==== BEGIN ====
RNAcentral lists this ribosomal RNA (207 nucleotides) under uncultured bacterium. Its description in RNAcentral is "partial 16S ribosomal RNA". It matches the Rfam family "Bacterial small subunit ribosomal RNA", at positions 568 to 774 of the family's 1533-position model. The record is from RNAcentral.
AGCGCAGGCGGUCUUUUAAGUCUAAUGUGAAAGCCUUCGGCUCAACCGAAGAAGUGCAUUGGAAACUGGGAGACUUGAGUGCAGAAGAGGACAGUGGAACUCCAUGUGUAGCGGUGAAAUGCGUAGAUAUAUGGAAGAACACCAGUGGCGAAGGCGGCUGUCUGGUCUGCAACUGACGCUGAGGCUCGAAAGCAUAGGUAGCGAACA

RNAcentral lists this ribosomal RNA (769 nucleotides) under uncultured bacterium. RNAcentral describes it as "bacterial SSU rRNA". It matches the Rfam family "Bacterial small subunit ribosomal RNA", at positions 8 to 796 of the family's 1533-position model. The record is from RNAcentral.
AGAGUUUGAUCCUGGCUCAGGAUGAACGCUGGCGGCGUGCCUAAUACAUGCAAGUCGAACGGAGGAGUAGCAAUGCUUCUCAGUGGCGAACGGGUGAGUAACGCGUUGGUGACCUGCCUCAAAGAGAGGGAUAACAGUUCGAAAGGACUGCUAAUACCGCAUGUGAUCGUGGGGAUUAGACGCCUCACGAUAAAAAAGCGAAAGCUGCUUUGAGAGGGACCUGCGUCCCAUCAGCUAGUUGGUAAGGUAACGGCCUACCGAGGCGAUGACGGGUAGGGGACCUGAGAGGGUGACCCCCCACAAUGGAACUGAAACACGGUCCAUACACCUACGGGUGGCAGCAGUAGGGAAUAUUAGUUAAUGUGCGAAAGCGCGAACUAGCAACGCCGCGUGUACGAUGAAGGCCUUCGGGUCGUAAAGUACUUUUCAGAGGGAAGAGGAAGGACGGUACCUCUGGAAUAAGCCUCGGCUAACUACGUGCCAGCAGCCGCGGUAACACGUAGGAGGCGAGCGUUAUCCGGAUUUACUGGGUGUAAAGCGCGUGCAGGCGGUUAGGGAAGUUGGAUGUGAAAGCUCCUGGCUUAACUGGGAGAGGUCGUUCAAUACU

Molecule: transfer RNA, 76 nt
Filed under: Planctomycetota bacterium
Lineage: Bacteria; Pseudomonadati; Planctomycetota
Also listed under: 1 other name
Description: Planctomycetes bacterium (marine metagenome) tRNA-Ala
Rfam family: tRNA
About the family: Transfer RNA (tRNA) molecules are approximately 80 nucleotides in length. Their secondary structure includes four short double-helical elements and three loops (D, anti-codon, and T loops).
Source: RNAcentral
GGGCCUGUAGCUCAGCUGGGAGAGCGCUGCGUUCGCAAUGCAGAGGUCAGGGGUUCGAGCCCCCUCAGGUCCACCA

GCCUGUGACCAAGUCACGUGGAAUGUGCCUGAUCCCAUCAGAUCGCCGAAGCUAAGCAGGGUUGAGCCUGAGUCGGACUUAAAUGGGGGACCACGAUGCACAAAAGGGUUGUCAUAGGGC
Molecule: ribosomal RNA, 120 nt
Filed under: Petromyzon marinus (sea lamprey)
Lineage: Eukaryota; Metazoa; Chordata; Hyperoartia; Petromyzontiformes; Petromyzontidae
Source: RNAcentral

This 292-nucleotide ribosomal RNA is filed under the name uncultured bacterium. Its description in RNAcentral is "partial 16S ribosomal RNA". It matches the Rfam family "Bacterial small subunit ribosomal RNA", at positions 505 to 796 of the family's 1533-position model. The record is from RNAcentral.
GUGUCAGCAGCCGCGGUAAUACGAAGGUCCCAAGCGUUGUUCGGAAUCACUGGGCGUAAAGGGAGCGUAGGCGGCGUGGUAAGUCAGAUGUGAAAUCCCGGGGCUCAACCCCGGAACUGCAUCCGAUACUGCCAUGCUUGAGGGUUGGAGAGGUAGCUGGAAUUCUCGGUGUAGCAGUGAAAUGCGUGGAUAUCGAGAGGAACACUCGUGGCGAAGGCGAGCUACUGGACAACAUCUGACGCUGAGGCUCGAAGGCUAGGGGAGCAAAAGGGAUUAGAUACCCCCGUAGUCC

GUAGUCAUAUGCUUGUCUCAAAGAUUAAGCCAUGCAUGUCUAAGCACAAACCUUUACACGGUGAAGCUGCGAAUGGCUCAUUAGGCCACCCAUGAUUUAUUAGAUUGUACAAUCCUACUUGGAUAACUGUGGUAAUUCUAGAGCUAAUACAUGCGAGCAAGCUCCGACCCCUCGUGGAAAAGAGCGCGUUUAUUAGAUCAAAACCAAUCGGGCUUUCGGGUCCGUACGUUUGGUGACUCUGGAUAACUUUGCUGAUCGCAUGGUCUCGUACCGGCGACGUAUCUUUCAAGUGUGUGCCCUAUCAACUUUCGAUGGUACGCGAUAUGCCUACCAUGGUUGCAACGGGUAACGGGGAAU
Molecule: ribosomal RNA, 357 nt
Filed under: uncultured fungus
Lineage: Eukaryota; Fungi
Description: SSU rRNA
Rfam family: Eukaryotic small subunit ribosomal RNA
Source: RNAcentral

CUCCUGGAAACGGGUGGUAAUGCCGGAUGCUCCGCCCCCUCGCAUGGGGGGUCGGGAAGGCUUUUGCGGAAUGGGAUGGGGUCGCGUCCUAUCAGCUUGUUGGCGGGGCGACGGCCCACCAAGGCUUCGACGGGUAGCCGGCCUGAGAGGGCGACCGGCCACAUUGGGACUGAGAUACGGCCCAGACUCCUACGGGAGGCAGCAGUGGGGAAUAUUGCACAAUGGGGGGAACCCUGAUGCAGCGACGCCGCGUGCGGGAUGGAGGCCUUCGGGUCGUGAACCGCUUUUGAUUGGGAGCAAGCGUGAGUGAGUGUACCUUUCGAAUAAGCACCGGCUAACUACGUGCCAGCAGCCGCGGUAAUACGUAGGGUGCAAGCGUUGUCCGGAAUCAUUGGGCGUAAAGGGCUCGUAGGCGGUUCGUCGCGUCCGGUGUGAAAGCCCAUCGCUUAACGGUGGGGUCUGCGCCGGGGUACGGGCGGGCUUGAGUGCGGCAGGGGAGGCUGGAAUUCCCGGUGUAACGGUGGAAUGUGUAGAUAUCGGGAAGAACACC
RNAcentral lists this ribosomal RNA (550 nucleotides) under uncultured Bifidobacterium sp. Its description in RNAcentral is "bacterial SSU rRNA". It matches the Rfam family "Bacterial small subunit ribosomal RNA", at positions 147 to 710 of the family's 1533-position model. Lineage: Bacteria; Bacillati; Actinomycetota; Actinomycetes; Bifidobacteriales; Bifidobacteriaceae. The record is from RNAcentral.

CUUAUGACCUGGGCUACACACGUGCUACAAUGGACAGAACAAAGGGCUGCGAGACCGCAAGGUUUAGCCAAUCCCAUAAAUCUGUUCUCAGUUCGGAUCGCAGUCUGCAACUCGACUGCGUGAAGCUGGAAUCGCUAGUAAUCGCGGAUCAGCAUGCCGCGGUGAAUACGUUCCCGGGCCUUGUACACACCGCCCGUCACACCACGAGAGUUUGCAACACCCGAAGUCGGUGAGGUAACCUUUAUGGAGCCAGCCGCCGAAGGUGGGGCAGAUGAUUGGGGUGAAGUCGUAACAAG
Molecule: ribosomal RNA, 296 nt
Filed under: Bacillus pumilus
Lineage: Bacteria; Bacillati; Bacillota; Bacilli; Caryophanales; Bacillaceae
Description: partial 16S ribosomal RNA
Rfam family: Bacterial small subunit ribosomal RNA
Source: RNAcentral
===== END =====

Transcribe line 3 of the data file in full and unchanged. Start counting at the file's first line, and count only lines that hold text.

RNAcentral lists this ribosomal RNA (769 nucleotides) under uncultured bacterium. RNAcentral describes it as "bacterial SSU rRNA". It matches the Rfam family "Bacterial small subunit ribosomal RNA", at positions 8 to 796 of the family's 1533-position model. The record is from RNAcentral.